Labor Department Orders LinkedIn To Pay Employees $6 Million For Unpaid Overtime

The figure includes over $3.3 million in retroactive wages and over $2.5 million in damages.

LinkedIn is synonymous with profile lurking and best practices for glamming up your CV to find a new job. But now, the white-collar social network finds itself in the midst of a very public labor dispute, as the U.S. Department of Labor has found LinkedIn guilty of treating some of its employees unfairly--and it's time to pay up.

According to Bloomberg Businessweek, LinkedIn will have to pay about $6 million to former and current employees in California, Illinois, Nebraska, and New York for unpaid overtime wages. The figure includes over $3.3 million in retroactive wages and over $2.5 million in damages.

"Talent is LinkedIn’s number one priority," LinkedIn spokeswoman Shannon Stubo said in a statement, "so of course, we were eager to work closely with the Department of Labor to quickly and equitably rectify this situation."

LinkedIn asserts that the unpaid wages were a result of not having the "right tools in place" for members of its sales force to track work hours. And the Department of Labor said in a statement that the social network has "shown a great deal of integrity by fully cooperating with investigators and stepping up to the plate without hesitation."

[Image: Flickr user Dave Collier]

Add New Comment

3 Comments

  • euexsv

    "Employers and employees should decide what arrangement works best for them and the Govt should stay out of it." Well exactly that, but obviously they didn't do it.

    I doubt any employee would like to work overtime and not be paid at least a bit more for that effort, don't you think?

    The point is companies are taking advantage of work force and that is NOT right.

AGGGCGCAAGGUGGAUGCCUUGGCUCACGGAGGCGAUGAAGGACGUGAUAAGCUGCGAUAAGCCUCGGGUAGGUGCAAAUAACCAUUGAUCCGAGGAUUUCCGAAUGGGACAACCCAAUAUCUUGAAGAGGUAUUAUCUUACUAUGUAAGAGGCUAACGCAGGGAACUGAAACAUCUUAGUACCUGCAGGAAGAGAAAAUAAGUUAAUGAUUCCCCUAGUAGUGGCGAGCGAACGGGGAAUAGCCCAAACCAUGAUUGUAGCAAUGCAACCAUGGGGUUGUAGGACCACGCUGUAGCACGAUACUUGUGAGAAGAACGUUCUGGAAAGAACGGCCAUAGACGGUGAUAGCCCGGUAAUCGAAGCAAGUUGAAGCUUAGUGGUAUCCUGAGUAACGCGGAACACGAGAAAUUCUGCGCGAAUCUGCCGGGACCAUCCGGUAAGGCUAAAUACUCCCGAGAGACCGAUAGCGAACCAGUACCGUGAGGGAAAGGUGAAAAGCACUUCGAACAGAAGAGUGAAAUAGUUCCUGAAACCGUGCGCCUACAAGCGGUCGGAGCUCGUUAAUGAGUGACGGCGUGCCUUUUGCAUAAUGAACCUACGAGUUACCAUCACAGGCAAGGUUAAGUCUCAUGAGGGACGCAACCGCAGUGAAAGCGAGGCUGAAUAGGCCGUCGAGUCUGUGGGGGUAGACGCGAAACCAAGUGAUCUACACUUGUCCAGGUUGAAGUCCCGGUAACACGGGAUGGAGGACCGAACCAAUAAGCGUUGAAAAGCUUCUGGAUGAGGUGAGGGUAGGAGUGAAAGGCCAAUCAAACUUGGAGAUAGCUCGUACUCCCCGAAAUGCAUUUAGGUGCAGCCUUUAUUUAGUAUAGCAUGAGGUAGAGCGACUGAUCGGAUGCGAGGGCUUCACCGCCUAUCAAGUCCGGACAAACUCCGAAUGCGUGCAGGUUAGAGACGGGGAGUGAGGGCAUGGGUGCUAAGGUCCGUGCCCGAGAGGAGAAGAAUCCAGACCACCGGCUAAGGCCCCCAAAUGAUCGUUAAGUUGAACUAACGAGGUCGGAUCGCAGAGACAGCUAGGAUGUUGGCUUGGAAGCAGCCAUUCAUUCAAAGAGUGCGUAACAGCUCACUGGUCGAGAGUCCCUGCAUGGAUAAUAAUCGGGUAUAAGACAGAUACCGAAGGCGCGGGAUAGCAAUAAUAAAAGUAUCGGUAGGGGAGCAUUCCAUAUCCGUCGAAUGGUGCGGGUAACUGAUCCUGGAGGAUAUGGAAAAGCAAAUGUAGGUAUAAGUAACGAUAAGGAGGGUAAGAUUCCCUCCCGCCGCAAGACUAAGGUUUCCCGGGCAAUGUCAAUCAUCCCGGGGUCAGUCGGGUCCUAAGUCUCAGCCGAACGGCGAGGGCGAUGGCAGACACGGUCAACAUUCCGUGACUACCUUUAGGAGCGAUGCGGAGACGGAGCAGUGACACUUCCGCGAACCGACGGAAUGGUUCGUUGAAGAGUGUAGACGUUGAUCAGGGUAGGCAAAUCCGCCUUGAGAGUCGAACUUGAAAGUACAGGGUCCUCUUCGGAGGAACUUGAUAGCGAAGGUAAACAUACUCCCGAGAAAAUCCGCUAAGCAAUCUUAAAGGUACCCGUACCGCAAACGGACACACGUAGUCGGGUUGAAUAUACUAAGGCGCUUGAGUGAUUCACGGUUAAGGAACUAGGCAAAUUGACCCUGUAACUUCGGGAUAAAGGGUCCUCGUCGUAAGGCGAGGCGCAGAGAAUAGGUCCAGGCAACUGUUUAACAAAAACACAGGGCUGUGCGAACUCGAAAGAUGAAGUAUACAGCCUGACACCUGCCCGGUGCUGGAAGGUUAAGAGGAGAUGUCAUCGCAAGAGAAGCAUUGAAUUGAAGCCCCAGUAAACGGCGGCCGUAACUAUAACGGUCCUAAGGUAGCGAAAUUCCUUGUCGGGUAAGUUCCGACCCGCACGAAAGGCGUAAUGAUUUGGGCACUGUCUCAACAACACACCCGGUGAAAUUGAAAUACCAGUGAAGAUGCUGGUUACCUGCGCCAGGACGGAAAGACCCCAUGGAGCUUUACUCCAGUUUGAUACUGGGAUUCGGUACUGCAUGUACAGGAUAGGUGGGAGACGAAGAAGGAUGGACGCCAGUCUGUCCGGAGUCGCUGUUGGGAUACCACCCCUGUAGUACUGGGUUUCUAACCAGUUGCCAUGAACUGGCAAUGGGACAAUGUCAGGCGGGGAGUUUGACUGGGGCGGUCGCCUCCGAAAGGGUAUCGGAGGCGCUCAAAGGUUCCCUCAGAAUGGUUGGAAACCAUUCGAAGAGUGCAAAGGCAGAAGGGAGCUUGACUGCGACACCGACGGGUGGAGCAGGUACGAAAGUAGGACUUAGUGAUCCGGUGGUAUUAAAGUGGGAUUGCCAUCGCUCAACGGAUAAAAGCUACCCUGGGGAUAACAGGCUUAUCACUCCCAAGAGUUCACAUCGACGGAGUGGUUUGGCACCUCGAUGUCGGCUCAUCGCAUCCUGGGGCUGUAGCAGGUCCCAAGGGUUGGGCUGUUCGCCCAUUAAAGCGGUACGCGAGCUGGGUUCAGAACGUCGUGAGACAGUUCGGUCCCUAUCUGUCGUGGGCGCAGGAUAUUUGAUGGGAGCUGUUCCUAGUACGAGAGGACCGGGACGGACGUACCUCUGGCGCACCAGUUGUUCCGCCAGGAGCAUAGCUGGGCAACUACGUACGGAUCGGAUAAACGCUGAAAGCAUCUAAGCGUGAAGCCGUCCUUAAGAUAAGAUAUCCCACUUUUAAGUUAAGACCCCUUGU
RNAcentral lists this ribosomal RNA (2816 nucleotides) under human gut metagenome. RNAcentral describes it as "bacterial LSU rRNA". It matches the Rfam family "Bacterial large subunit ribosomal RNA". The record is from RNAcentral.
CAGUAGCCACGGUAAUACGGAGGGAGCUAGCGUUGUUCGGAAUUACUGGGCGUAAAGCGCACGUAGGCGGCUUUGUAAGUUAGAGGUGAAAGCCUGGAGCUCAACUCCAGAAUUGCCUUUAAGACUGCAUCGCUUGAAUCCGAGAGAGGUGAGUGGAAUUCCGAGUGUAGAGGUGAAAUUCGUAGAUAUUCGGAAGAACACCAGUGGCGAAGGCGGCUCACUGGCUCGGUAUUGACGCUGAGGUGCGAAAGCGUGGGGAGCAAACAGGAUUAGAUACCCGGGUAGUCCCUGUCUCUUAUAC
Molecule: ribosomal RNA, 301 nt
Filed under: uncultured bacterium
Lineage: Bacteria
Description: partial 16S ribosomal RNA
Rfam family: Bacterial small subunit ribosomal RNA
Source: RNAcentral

• euexsv

    One would expect USA tech media to tackle more labor issues with start-ups, like sexism, overtime work, misclassification of workers and in general labor rights that many many employees at start ups just don't know.

    Why not educating both sides on how to conduct fair play business? We learn of our own fate only once get fired and finally meet with employment lawyers to tell us our rights.

    Damn all these companies who are using cheap labor while only thinking on how to get their millions.

    Here is the full report - http://www.dol.gov/opa/media/p...

    and more on Dept of Labor web site.

  • Abu Badguy

    Overtime requirements are stupid. If employees want to work more than 40 hours a week they should be allowed to do so without extorting extra fees from their employers.

    Employers and employees should decide what arrangement works best for them and the Govt should stay out of it.

    What genius declared 40 hours as the work week? If someone wants to make extra money by working 42 hours a week, why can't the Govt allow that. Inflicting a time-and-a-half model for hours over 40 is archaic and stupid.